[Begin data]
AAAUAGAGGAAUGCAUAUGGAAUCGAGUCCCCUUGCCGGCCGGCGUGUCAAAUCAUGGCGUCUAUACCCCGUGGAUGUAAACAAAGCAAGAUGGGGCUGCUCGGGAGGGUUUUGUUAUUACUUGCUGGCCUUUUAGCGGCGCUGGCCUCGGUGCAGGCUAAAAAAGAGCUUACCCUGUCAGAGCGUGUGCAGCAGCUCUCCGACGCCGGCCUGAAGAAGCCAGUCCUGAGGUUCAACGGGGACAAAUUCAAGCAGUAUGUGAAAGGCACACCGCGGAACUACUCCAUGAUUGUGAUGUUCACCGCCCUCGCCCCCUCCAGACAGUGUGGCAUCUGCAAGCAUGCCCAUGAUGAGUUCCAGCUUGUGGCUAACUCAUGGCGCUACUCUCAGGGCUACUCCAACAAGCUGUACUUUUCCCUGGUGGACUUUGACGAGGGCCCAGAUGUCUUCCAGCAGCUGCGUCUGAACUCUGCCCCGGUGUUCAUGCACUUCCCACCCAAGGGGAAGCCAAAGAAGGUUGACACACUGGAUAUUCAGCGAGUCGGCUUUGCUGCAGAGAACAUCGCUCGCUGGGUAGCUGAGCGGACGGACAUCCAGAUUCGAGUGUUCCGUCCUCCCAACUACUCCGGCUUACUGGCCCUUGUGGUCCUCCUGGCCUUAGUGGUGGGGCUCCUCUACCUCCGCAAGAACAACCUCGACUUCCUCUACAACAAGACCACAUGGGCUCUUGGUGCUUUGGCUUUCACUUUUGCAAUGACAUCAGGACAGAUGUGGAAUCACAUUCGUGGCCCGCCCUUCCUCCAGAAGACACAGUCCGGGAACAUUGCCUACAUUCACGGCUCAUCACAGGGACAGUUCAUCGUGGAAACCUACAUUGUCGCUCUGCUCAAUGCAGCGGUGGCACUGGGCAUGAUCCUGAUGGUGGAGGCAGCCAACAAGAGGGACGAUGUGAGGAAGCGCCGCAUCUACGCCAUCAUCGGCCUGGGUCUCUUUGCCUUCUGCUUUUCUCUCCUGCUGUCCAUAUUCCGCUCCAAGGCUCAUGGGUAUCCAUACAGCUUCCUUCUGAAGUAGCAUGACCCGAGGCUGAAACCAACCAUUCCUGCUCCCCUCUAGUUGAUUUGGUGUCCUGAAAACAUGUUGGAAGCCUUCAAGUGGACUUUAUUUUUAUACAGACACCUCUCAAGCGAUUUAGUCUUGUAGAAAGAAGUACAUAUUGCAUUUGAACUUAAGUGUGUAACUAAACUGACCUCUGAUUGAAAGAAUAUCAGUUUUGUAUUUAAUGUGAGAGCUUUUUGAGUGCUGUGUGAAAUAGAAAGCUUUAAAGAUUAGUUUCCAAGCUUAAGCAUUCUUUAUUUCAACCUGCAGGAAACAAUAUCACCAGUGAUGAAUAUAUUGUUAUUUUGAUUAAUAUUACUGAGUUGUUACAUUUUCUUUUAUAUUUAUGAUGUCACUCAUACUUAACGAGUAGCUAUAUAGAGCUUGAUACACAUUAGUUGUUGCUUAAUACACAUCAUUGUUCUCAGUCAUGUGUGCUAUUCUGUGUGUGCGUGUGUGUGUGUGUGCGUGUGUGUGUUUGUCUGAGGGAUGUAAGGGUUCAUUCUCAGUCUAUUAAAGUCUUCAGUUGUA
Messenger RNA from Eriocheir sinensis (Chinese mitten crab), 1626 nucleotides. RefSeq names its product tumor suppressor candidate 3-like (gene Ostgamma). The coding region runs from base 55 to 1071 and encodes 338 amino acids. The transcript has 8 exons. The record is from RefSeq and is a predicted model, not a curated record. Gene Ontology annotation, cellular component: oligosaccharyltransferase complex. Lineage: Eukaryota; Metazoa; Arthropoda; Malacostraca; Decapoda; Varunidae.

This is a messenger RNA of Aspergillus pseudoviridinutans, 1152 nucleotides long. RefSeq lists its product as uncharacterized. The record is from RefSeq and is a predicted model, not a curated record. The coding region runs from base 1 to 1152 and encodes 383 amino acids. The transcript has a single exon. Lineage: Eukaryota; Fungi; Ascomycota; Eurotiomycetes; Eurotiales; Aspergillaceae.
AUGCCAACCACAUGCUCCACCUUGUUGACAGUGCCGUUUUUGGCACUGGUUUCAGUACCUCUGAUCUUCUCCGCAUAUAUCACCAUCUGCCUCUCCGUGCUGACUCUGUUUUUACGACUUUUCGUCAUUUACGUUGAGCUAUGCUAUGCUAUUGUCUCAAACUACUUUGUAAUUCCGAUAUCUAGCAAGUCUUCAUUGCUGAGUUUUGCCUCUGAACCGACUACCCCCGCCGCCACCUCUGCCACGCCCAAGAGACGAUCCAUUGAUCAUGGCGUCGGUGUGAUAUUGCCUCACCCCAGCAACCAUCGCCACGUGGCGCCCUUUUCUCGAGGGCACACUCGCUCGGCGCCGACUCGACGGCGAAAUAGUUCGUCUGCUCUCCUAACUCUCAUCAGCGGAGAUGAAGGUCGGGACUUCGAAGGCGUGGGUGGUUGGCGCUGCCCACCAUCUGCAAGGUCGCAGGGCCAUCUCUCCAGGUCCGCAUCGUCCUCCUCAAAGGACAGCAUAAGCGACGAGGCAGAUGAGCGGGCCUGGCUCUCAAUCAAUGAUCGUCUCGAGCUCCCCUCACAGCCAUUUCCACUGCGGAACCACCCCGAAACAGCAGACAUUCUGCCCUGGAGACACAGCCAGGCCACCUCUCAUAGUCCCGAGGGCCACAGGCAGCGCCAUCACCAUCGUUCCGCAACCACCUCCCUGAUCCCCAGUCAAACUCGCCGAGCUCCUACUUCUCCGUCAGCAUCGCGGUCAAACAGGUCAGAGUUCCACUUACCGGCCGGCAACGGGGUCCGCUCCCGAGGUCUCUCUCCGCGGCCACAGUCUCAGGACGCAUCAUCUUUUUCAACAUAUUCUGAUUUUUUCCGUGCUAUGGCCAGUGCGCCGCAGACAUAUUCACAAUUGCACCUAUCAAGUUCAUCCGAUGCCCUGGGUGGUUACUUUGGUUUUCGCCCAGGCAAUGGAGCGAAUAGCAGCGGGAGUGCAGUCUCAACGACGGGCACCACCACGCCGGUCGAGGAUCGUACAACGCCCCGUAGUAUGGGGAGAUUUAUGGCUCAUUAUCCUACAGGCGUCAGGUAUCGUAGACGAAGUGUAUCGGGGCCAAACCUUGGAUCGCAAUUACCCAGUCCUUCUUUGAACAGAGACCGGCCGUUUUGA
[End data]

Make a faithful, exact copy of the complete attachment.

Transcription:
AAAUAGAGGAAUGCAUAUGGAAUCGAGUCCCCUUGCCGGCCGGCGUGUCAAAUCAUGGCGUCUAUACCCCGUGGAUGUAAACAAAGCAAGAUGGGGCUGCUCGGGAGGGUUUUGUUAUUACUUGCUGGCCUUUUAGCGGCGCUGGCCUCGGUGCAGGCUAAAAAAGAGCUUACCCUGUCAGAGCGUGUGCAGCAGCUCUCCGACGCCGGCCUGAAGAAGCCAGUCCUGAGGUUCAACGGGGACAAAUUCAAGCAGUAUGUGAAAGGCACACCGCGGAACUACUCCAUGAUUGUGAUGUUCACCGCCCUCGCCCCCUCCAGACAGUGUGGCAUCUGCAAGCAUGCCCAUGAUGAGUUCCAGCUUGUGGCUAACUCAUGGCGCUACUCUCAGGGCUACUCCAACAAGCUGUACUUUUCCCUGGUGGACUUUGACGAGGGCCCAGAUGUCUUCCAGCAGCUGCGUCUGAACUCUGCCCCGGUGUUCAUGCACUUCCCACCCAAGGGGAAGCCAAAGAAGGUUGACACACUGGAUAUUCAGCGAGUCGGCUUUGCUGCAGAGAACAUCGCUCGCUGGGUAGCUGAGCGGACGGACAUCCAGAUUCGAGUGUUCCGUCCUCCCAACUACUCCGGCUUACUGGCCCUUGUGGUCCUCCUGGCCUUAGUGGUGGGGCUCCUCUACCUCCGCAAGAACAACCUCGACUUCCUCUACAACAAGACCACAUGGGCUCUUGGUGCUUUGGCUUUCACUUUUGCAAUGACAUCAGGACAGAUGUGGAAUCACAUUCGUGGCCCGCCCUUCCUCCAGAAGACACAGUCCGGGAACAUUGCCUACAUUCACGGCUCAUCACAGGGACAGUUCAUCGUGGAAACCUACAUUGUCGCUCUGCUCAAUGCAGCGGUGGCACUGGGCAUGAUCCUGAUGGUGGAGGCAGCCAACAAGAGGGACGAUGUGAGGAAGCGCCGCAUCUACGCCAUCAUCGGCCUGGGUCUCUUUGCCUUCUGCUUUUCUCUCCUGCUGUCCAUAUUCCGCUCCAAGGCUCAUGGGUAUCCAUACAGCUUCCUUCUGAAGUAGCAUGACCCGAGGCUGAAACCAACCAUUCCUGCUCCCCUCUAGUUGAUUUGGUGUCCUGAAAACAUGUUGGAAGCCUUCAAGUGGACUUUAUUUUUAUACAGACACCUCUCAAGCGAUUUAGUCUUGUAGAAAGAAGUACAUAUUGCAUUUGAACUUAAGUGUGUAACUAAACUGACCUCUGAUUGAAAGAAUAUCAGUUUUGUAUUUAAUGUGAGAGCUUUUUGAGUGCUGUGUGAAAUAGAAAGCUUUAAAGAUUAGUUUCCAAGCUUAAGCAUUCUUUAUUUCAACCUGCAGGAAACAAUAUCACCAGUGAUGAAUAUAUUGUUAUUUUGAUUAAUAUUACUGAGUUGUUACAUUUUCUUUUAUAUUUAUGAUGUCACUCAUACUUAACGAGUAGCUAUAUAGAGCUUGAUACACAUUAGUUGUUGCUUAAUACACAUCAUUGUUCUCAGUCAUGUGUGCUAUUCUGUGUGUGCGUGUGUGUGUGUGUGCGUGUGUGUGUUUGUCUGAGGGAUGUAAGGGUUCAUUCUCAGUCUAUUAAAGUCUUCAGUUGUA
Messenger RNA from Eriocheir sinensis (Chinese mitten crab), 1626 nucleotides. RefSeq names its product tumor suppressor candidate 3-like (gene Ostgamma). The coding region runs from base 55 to 1071 and encodes 338 amino acids. The transcript has 8 exons. The record is from RefSeq and is a predicted model, not a curated record. Gene Ontology annotation, cellular component: oligosaccharyltransferase complex. Lineage: Eukaryota; Metazoa; Arthropoda; Malacostraca; Decapoda; Varunidae.

This is a messenger RNA of Aspergillus pseudoviridinutans, 1152 nucleotides long. RefSeq lists its product as uncharacterized. The record is from RefSeq and is a predicted model, not a curated record. The coding region runs from base 1 to 1152 and encodes 383 amino acids. The transcript has a single exon. Lineage: Eukaryota; Fungi; Ascomycota; Eurotiomycetes; Eurotiales; Aspergillaceae.
AUGCCAACCACAUGCUCCACCUUGUUGACAGUGCCGUUUUUGGCACUGGUUUCAGUACCUCUGAUCUUCUCCGCAUAUAUCACCAUCUGCCUCUCCGUGCUGACUCUGUUUUUACGACUUUUCGUCAUUUACGUUGAGCUAUGCUAUGCUAUUGUCUCAAACUACUUUGUAAUUCCGAUAUCUAGCAAGUCUUCAUUGCUGAGUUUUGCCUCUGAACCGACUACCCCCGCCGCCACCUCUGCCACGCCCAAGAGACGAUCCAUUGAUCAUGGCGUCGGUGUGAUAUUGCCUCACCCCAGCAACCAUCGCCACGUGGCGCCCUUUUCUCGAGGGCACACUCGCUCGGCGCCGACUCGACGGCGAAAUAGUUCGUCUGCUCUCCUAACUCUCAUCAGCGGAGAUGAAGGUCGGGACUUCGAAGGCGUGGGUGGUUGGCGCUGCCCACCAUCUGCAAGGUCGCAGGGCCAUCUCUCCAGGUCCGCAUCGUCCUCCUCAAAGGACAGCAUAAGCGACGAGGCAGAUGAGCGGGCCUGGCUCUCAAUCAAUGAUCGUCUCGAGCUCCCCUCACAGCCAUUUCCACUGCGGAACCACCCCGAAACAGCAGACAUUCUGCCCUGGAGACACAGCCAGGCCACCUCUCAUAGUCCCGAGGGCCACAGGCAGCGCCAUCACCAUCGUUCCGCAACCACCUCCCUGAUCCCCAGUCAAACUCGCCGAGCUCCUACUUCUCCGUCAGCAUCGCGGUCAAACAGGUCAGAGUUCCACUUACCGGCCGGCAACGGGGUCCGCUCCCGAGGUCUCUCUCCGCGGCCACAGUCUCAGGACGCAUCAUCUUUUUCAACAUAUUCUGAUUUUUUCCGUGCUAUGGCCAGUGCGCCGCAGACAUAUUCACAAUUGCACCUAUCAAGUUCAUCCGAUGCCCUGGGUGGUUACUUUGGUUUUCGCCCAGGCAAUGGAGCGAAUAGCAGCGGGAGUGCAGUCUCAACGACGGGCACCACCACGCCGGUCGAGGAUCGUACAACGCCCCGUAGUAUGGGGAGAUUUAUGGCUCAUUAUCCUACAGGCGUCAGGUAUCGUAGACGAAGUGUAUCGGGGCCAAACCUUGGAUCGCAAUUACCCAGUCCUUCUUUGAACAGAGACCGGCCGUUUUGA